Think, Read, Cook

Because no single way of eating works for everybody.

In Honour of My Father: After the Ham

AfterTheHam

My dad was a ham freak.

Like his father before him, he would eat ham in pretty much any form. Baked ham, fried ham, ham sandwiches, ham omelettes, ham croquettes. And like him, I’m completely ham-addicted myself.

Dad baked a great ham. His favourite method was to make his own glaze – and I can’t give you the recipe for it, because it was different every time. But it always involved something sweet – like apricot or peach jam – and some hot mustard. Sometimes there were raisins too, or ginger, or cloves, or onions, or allspice, or maple syrup. He’d slice diamond shapes into the fat of the ham, and then paint the glaze on, so the flavour would soak into the meat. It was fantastic.

Of course, once you’ve baked a ham and had a dinner of it, you’ll likely have leftovers. A friend of mine says that “Eternity” can be defined as “two people and one ham”. There are many ways to use the rest of your ham – and this next recipe is one of them. My dad and his dad, would have loved it.

Is ham good for your health? Well, that depends on who you ask, and on how the ham was cured. But one thing is certain: buying a raw ham and baking it yourself gives you a much healthier and more delicious food than buying a package of wet, slimy, pre-formed ham-like meat product and trying to eat it. I can’t stand that stuff.  🙂

After your next ham dinner, use some of the leftovers to make this amazingly good ham spread. It comes to me through a friend of the family, who tells me it’s a recipe created by Julia Child. Ham freaks, unite!

 

Deviled Ham

Ingredients:

2 cups diced ham

2 Tablespoons mayonnaise

2 teaspoons dijon mustard

1 to 2 teaspoons horseradish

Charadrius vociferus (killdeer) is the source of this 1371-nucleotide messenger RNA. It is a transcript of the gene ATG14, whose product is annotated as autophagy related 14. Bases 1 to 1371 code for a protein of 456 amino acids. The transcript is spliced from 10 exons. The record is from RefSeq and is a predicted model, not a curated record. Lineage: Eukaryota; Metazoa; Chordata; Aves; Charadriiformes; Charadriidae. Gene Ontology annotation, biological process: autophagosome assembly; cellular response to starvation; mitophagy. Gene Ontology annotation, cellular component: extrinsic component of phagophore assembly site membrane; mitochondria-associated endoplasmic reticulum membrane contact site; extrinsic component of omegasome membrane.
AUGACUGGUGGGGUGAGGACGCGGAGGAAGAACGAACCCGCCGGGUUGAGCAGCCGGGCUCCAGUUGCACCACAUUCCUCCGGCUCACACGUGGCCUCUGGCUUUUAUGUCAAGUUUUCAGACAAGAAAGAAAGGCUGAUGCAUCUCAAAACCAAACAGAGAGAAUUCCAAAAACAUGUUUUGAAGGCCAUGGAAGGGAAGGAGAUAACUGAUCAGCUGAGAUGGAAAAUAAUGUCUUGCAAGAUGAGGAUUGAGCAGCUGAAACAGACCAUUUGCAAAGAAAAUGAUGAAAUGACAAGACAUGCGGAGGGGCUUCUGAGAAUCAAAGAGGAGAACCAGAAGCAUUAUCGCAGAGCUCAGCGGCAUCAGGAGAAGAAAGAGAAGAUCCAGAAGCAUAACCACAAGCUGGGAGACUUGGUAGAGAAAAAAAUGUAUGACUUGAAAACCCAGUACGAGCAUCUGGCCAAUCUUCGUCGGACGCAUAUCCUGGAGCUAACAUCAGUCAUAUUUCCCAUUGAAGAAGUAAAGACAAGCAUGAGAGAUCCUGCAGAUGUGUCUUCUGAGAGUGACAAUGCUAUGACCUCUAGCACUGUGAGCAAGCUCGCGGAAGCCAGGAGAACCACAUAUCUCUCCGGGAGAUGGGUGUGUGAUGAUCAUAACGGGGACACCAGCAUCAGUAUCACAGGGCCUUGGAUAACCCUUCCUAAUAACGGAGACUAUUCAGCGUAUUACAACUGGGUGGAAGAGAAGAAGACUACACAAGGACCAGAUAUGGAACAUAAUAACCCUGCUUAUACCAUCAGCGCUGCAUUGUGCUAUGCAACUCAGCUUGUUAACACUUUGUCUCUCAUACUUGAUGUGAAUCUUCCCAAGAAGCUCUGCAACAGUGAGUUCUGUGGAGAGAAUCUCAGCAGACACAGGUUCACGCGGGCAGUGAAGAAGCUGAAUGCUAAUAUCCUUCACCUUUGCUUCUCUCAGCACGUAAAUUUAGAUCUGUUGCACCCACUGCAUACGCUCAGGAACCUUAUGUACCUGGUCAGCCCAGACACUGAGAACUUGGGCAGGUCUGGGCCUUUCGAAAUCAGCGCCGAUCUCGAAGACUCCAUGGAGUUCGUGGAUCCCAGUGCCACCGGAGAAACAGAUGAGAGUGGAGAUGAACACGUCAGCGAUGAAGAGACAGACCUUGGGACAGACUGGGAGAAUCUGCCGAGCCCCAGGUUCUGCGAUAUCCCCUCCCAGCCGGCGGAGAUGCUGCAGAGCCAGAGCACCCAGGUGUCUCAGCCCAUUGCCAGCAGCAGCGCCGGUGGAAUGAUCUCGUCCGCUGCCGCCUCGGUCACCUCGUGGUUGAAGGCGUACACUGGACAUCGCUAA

1 to 3 teaspoons grated onion

dash of lemon juice

pepper to taste

 

Method:

1.  Blend  ham in food processor until smooth.

2.  Add the rest of the ingredients and blend. Adjust seasonings to taste.

3.  Spread on crackers or toast, in sandwiches, or use as a dip for vegetables. Enjoy!

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11 comments on “In Honour of My Father: After the Ham

  1. argentumvulgaris
    September 4, 2013

    I reblogged this on Fizz, great story and ideas.

    AV

    • thinkreadcook
      September 4, 2013

      Thanks – I really appreciate that! And I like your blog very much, too. 🙂

      • argentumvulgaris
        September 4, 2013

        Cool, thanks, I see you have been visiting, appreciated.

        AV

  2. judy
    September 4, 2013

    When you say a raw ham is that where you get slices for sandwiches?

    • thinkreadcook
      September 4, 2013

      Raw ham is cured, but not cooked. The sliced ham for sandwiches is fully cooked, but often so over-processed that it ends up being an Unpleasant Experience. People shouldn’t eat raw ham – it’s not safe to eat. 🙂

      • argentumvulgaris
        September 4, 2013

        Better to cure a leg )or smaller portion) of pork, then cook it. I haven’t done that for years, you’ve given me the urge.

        AV

      • thinkreadcook
        September 4, 2013

        Any time you want to post your curing method, I’d be delighted to read it!

      • argentumvulgaris
        September 4, 2013

        Basically for curing rock salt (not iodised table salt) 20:1 sodium nitrite; soak for 8-10 days, wash in fresh cold water, cook off in slow oven or grill (240F) so the internal temp of the ham reaches 140-160F, need thermometer for meat. Done

        There are many recipes and variations on the net.

        If the leg is big, then you may inject curing agent above. Commercial curing agents like Prague Powder are also available.

        AV

      • thinkreadcook
        September 4, 2013

        Cool! Thanks so much for posting this. 🙂

      • argentumvulgaris
        September 4, 2013

        No problem, there’s no magic involved… 🙂

        AV

      • thinkreadcook
        September 4, 2013

        Didn’t think there was – but I’ve never attempted that particular bit of chemistry before! 🙂

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